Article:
“I would describe my book as being a very honest look at a very honest girl who makes a lot of mistakes,” Fishel said. “I talk about my experiences of growing up in the entertainment industry, specifically on 'Boy Meets World,' I share a lot of great pictures and fun stories about my time with Ben Savage, with Rider Strong and in general what it was like growing up the way I did.” 

POSTED: Thursday, August 28, 2014, 11:25 AM
Keith Russel (Fox 29)

Fox 29 sports anchor Colleen Wolfe is leaving Fox 29 for the NFL Network according to various sources. Her final day is on Sunday, and she'll start with the NFL Network on Tuesday. The Drexel grad had been with Fox 29 since 2012. Wolfe was a popular figure in the market, making it all the way to the quarterfinals of Crossing Broad's Philly Sports Media Field of 64, upsetting NBC10's John Clark and CSN's Marshall Harris and Neil Hartman.

Replacing Wolfe, is former 6ABC sports anchor Keith Russell, who returns to the Philadelphia market. Russell, a West Oak Lane native, spent seven years with 6 before departing for Washington, D.C. The Central High grad, who left the market in 2012, did a stint at ESPN before his 6ABC tenure. 

Russell will join Howard Eskin beginning next week as a co-anchor for "Game Day Live." He will also anchor the stations Friday and Saturday night newscasts at 6 and 10 p.m., in addition to contributing to the "Sports Sunday" show. 

POSTED: Tuesday, August 26, 2014, 4:09 PM
The cast of 'Full House.' (Photo via ABC)

LOS ANGELES (Variety.com) - "Have mercy!" Is "Full House" really coming back to TV? According to sources, a revival of the '90s ratings darling has been proposed, but it's not reality just yet.

While nothing is set in stone, there's been talks at Warner Bros. Television about bringing back the sitcom, and some of its original cast, for a revival nearly 20 years after the 1987-1995 show had its finale. Cast member John Stamos is reportedly at the head of the idea, along with original series creator Jeff Franklin and executive producer Bob Boyett.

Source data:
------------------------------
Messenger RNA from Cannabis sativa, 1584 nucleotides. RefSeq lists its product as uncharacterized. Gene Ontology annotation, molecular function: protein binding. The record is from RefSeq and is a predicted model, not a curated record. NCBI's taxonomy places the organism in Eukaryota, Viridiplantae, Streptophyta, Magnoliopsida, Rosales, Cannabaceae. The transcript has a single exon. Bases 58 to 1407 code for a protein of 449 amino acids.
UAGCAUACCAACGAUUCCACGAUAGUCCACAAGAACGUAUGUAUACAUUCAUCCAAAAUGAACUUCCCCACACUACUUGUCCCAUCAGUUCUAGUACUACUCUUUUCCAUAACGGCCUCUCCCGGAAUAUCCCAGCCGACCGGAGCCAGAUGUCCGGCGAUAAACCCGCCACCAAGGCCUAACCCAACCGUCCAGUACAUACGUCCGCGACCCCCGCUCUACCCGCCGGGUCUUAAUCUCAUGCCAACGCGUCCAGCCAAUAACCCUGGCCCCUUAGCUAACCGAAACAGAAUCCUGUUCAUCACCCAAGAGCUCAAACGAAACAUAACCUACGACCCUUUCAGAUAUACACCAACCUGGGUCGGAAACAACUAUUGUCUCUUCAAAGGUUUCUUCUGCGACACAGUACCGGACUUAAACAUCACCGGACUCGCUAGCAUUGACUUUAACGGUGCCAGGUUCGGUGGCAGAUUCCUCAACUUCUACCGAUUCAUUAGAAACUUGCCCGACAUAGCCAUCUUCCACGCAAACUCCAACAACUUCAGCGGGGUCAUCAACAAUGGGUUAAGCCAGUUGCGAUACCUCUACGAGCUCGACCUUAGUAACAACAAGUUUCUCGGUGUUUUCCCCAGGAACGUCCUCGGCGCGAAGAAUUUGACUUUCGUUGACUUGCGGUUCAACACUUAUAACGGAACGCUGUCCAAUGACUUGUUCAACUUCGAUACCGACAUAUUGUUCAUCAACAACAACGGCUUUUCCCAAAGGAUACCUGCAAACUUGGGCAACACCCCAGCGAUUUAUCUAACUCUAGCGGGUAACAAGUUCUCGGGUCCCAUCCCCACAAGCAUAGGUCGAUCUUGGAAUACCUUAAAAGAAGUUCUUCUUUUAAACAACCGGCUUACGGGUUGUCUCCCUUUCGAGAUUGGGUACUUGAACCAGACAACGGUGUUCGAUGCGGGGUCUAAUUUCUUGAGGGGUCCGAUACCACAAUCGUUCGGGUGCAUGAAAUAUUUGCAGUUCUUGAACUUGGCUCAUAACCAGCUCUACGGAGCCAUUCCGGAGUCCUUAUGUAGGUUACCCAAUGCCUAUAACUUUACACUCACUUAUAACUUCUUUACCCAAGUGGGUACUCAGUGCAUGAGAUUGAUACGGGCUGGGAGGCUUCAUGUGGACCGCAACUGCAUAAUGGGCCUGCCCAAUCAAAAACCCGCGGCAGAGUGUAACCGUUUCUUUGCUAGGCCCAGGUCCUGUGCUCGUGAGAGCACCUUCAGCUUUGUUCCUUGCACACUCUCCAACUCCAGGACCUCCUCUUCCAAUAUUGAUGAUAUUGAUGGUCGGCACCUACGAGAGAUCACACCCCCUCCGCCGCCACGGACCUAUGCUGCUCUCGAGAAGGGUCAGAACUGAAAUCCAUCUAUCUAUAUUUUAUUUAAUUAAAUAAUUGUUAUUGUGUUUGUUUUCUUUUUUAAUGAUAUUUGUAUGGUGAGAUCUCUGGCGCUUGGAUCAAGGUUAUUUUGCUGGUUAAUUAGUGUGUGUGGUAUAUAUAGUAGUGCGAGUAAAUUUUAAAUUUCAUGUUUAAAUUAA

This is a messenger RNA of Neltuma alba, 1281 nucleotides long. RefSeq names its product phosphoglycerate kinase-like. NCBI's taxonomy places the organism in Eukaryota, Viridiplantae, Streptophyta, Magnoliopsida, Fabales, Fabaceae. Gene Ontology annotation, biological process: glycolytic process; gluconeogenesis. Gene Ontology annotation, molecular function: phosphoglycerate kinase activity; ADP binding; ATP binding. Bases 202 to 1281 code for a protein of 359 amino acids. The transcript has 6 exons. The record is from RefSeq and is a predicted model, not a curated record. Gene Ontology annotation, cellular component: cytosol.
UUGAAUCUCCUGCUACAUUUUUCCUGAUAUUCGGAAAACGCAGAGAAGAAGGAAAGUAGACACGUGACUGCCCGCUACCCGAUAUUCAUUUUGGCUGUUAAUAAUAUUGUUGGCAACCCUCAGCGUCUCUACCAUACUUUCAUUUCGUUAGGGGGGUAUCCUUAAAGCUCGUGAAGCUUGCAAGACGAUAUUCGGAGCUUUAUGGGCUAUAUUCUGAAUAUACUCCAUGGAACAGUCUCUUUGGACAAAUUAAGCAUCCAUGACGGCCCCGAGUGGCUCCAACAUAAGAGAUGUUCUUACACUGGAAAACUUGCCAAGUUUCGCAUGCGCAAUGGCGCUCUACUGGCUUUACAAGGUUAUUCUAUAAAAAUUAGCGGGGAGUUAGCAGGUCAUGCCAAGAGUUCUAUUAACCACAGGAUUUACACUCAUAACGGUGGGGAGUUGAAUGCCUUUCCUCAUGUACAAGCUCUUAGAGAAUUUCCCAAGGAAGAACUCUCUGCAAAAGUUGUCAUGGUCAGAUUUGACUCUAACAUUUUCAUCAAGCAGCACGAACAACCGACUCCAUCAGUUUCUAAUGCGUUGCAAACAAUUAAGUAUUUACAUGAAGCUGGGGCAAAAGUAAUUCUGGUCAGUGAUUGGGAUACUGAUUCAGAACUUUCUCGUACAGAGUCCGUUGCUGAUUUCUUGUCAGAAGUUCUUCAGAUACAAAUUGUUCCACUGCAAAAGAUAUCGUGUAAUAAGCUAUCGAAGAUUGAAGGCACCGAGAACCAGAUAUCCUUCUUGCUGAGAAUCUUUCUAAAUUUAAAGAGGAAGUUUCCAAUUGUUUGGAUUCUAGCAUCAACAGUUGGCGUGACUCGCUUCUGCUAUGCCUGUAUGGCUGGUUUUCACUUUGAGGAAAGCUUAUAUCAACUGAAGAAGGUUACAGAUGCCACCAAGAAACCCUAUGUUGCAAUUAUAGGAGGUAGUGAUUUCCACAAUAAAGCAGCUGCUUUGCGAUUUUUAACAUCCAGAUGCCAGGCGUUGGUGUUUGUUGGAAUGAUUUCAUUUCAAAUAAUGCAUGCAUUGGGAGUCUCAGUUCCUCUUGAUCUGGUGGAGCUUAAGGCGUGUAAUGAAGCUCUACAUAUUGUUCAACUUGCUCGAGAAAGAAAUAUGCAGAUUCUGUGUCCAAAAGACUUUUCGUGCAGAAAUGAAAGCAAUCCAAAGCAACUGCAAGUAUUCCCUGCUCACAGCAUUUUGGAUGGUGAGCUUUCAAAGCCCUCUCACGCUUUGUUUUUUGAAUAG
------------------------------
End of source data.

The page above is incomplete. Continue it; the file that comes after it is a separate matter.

It's little wonder why Warner Bros. would want to bring back "Full House." Primetime repeats of the show average 1.5 million viewers, according to Nick at Nite, pulling in fans that are too young to even remember the show's original run. 

POSTED: Tuesday, August 26, 2014, 11:26 AM
LOS ANGELES, CA - AUGUST 25: Director Cary Joji Fukunaga, winner of the Outstanding Directing for a Drama Series Award for True Detective (Episode: 'Who Goes There'), poses in the press room during the 66th Annual Primetime Emmy Awards held at Nokia Theatre L.A. Live on August 25, 2014 in Los Angeles, California. (Photo by Jason Merritt/Getty Images)

LOS ANGELES (Variety.com) - While "True Detective" star Matthew McConaughey was considered the frontrunner in the lead drama actor race at the 2014 Emmy Awards, it was director Cary Joji Fukunaga who scored the show's sole win at Monday's ceremony for Outstanding Directing. The season's only director, Fukunaga won the gong for "Who Goes There," which featured a six-minute, single-take tracking shot at the close of the hour. 

The series also won four awards at the Creative Arts Emmys ceremony, including casting, makeup, main title design and cinematography. McConaughey and costar Woody Harrelson lost out to "Breaking Bad" lead Bryan Cranston, and the departing AMC series also took home the Outstanding Drama award. 

"Detective" may have suffered from competing in the crowded drama category, when most pundits considered the anthology show a miniseries, in the same vein as "Fargo" and "American Horror Story." A similar fate befell "Orange is the New Black," which competed in the comedy category and lost to "Modern Family," instead of vying for the drama prize.

POSTED: Tuesday, August 26, 2014, 11:22 AM

LOS ANGELES (Variety.com) - In one of the stranger moments of the Primetime Emmy Awards, host Seth Meyers and Andy Samberg took the stage to introduce parody artist "Weird Al" Yankovic, who created a medley of TV theme songs with added lyrics.

With a large group of dancers behind him, Yankovic riffed off the theme songs for "Mad Men," "Scandal," "Homeland," "Modern Family" and "Game of Thrones," giving each lyrics that describe the show's plot. He played off of Kerry Washington's "Scandal" relationship, singing, "It's not because she's cold, it's because she just loves the president," while also ruminating about "Modern Family's" appeal by mentioning, "a couple of gay guys."

The sequence ended with a dancer in the audience providing "Game of Thrones" writer George R.R. Martin with a typewriter as Yankovic told him to, "type as fast as you can." Samberg followed up the performance with a humorous impersonation of King Joffrey while Lena Headey was presenting the night's next award.